High lung capacity not required.
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I build the baby octopus first—the mouth-kissing one—as a test of my construction methods.
Literally, the Japanese title of the 1814 Hokusai print translates to “octopi and shell diver”; the woodcut design—each strand of hair, suction cup, and cresting wave meticulously detailed—is beautifully tender. Its principles engage in an amorous, onomatopoeia-laden dialogue printed in the background, cramped and ecstatic, the whole work a testament to an era of floating world pleasures and higher lung capacity.
The woodcut’s anglicized title—The Dream of the Fisherman’s Wife—carries the usual banal, patriarchal implications: the husband away at sea, practicing his mysterious and dangerous profession, his wife left alone to satisfy her cravings (insular, provincial, etc.) with fantasies about the mythic beasts he brings back tales of. That the sullen and ruminative man she loses for months at a time returns home changed by the depths, her longing and the untold manly horrors he faces in uncharted waters having transformed him into a wild and powerful blah, blah, blah. It’s boring substitution. In the original, it’s real.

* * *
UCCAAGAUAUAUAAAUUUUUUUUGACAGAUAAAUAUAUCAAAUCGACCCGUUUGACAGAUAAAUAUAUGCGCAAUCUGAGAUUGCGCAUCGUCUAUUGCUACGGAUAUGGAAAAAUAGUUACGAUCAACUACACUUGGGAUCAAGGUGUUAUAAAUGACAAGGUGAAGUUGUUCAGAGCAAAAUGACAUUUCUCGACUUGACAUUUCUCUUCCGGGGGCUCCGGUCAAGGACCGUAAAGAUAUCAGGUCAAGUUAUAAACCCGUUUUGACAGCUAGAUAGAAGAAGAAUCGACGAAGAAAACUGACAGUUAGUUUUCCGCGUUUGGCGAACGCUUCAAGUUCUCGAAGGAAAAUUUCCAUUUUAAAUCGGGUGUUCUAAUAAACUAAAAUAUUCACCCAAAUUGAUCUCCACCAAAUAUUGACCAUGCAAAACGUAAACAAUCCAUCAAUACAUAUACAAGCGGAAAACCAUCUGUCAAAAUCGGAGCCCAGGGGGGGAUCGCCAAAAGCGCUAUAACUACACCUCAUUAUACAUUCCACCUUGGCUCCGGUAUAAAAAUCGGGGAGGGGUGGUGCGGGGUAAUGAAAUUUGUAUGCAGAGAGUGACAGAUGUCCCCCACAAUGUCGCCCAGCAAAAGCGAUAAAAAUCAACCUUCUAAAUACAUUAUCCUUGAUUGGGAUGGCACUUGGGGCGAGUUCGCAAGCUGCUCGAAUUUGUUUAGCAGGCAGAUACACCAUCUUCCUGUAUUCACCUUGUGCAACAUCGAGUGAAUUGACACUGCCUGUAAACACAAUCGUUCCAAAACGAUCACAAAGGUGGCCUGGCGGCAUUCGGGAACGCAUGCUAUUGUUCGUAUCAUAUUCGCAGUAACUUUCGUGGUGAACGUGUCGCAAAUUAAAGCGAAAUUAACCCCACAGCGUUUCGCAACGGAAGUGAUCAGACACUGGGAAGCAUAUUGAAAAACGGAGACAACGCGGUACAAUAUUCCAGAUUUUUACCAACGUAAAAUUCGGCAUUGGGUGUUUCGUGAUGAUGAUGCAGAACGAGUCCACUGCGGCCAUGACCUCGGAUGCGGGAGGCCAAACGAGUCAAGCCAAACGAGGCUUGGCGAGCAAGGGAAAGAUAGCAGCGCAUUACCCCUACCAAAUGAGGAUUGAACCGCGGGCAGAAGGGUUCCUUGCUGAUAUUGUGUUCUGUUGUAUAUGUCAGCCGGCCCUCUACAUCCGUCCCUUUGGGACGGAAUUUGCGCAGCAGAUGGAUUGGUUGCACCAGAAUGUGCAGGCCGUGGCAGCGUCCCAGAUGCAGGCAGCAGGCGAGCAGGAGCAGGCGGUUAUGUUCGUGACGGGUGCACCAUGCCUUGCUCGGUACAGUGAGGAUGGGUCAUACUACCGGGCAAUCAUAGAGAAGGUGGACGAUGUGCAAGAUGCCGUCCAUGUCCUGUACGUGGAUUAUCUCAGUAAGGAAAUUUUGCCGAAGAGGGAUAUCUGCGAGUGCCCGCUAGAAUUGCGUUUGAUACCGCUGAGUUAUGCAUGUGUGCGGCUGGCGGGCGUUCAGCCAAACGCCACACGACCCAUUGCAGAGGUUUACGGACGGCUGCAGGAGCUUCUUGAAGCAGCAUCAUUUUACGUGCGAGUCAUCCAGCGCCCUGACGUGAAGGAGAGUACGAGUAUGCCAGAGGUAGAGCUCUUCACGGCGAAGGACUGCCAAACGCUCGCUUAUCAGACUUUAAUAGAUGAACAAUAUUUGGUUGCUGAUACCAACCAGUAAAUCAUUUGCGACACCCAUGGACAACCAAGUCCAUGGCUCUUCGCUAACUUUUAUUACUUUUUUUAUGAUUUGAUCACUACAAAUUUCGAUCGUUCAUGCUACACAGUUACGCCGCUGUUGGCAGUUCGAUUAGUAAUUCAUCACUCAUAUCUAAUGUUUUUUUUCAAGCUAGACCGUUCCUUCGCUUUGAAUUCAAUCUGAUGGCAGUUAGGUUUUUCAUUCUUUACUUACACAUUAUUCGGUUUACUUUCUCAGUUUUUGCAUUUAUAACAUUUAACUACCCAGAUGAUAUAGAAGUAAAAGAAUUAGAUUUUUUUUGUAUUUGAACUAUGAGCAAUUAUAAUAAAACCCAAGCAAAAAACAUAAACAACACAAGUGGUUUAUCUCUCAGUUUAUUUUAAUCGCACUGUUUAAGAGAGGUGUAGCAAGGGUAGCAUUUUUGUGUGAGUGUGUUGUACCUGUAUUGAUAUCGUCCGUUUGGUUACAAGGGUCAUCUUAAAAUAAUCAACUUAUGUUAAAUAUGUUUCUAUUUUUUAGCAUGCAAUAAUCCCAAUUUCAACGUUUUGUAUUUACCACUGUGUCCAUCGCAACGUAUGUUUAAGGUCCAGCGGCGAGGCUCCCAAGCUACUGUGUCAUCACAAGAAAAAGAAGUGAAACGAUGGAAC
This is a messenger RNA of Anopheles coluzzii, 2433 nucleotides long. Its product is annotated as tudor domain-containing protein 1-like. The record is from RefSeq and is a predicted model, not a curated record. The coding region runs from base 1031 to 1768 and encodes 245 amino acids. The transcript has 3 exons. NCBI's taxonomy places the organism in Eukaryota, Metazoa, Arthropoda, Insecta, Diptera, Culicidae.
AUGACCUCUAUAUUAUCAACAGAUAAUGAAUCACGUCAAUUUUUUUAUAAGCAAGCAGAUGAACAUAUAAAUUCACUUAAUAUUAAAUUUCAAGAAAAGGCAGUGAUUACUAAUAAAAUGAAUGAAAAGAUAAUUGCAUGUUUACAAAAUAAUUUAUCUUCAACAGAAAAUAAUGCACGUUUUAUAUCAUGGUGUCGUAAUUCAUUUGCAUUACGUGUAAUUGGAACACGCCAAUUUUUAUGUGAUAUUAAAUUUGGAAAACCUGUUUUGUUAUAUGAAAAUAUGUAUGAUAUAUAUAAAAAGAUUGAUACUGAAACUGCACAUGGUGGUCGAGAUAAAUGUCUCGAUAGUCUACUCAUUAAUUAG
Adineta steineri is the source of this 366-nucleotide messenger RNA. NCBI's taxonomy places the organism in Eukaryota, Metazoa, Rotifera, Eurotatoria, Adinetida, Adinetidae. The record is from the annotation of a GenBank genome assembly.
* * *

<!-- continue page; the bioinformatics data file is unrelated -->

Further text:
My version has nothing to do with you. I’m doing it mainly so I can build a giant octopus.
I start by crafting a bulbous plasticine head, and then cast a plaster mold around it. I paint in coats of latex, and 48 hours later I come out with a rubbery skin that stretches just the way I like. I sculpt a similar mold for the tentacles, puckering each dainty little sucker with the same TLC I imagine Hokusai applied to his Great Wave.

The daddy octopus takes a full week to build. I gut the couch in your vacant room and wrap the foam around a wire armature, bulking up the head until it’s truly massive. I paint enormous half-moon goober eyes on two bowls and jam them into the sockets. 

I wrap the first rubberized tentacle around me to ensure it’s a good fit. Hokusai knew what he was doing. He sidestepped the tentacle porn fixation that would come 200 years later and claim his woodcuts as a forerunner. He made it about the mouth.
I spend another day painting in delicate oranges, a few shades away from real flesh. I clear a generous space on the floor in which to spread out.
The final piece of the woodcut is easy. I just get naked.
I lie down on my back and navigate the two cephalopods into their positions: the small one by my head, the big one between my legs. I wind the tentacles around where they should be; they are perfectly flexible. As the original bids, I close my eyes. I imagine myself bearing forward on the waves. Somewhere near my ear, I pick out a faint whisper going, “Chyu, chyu, chyu.” I dive.

Simon Jacobs 
is the author of SATURN, a collection of David Bowie stories, out now from Spork Press.

He may be found at 
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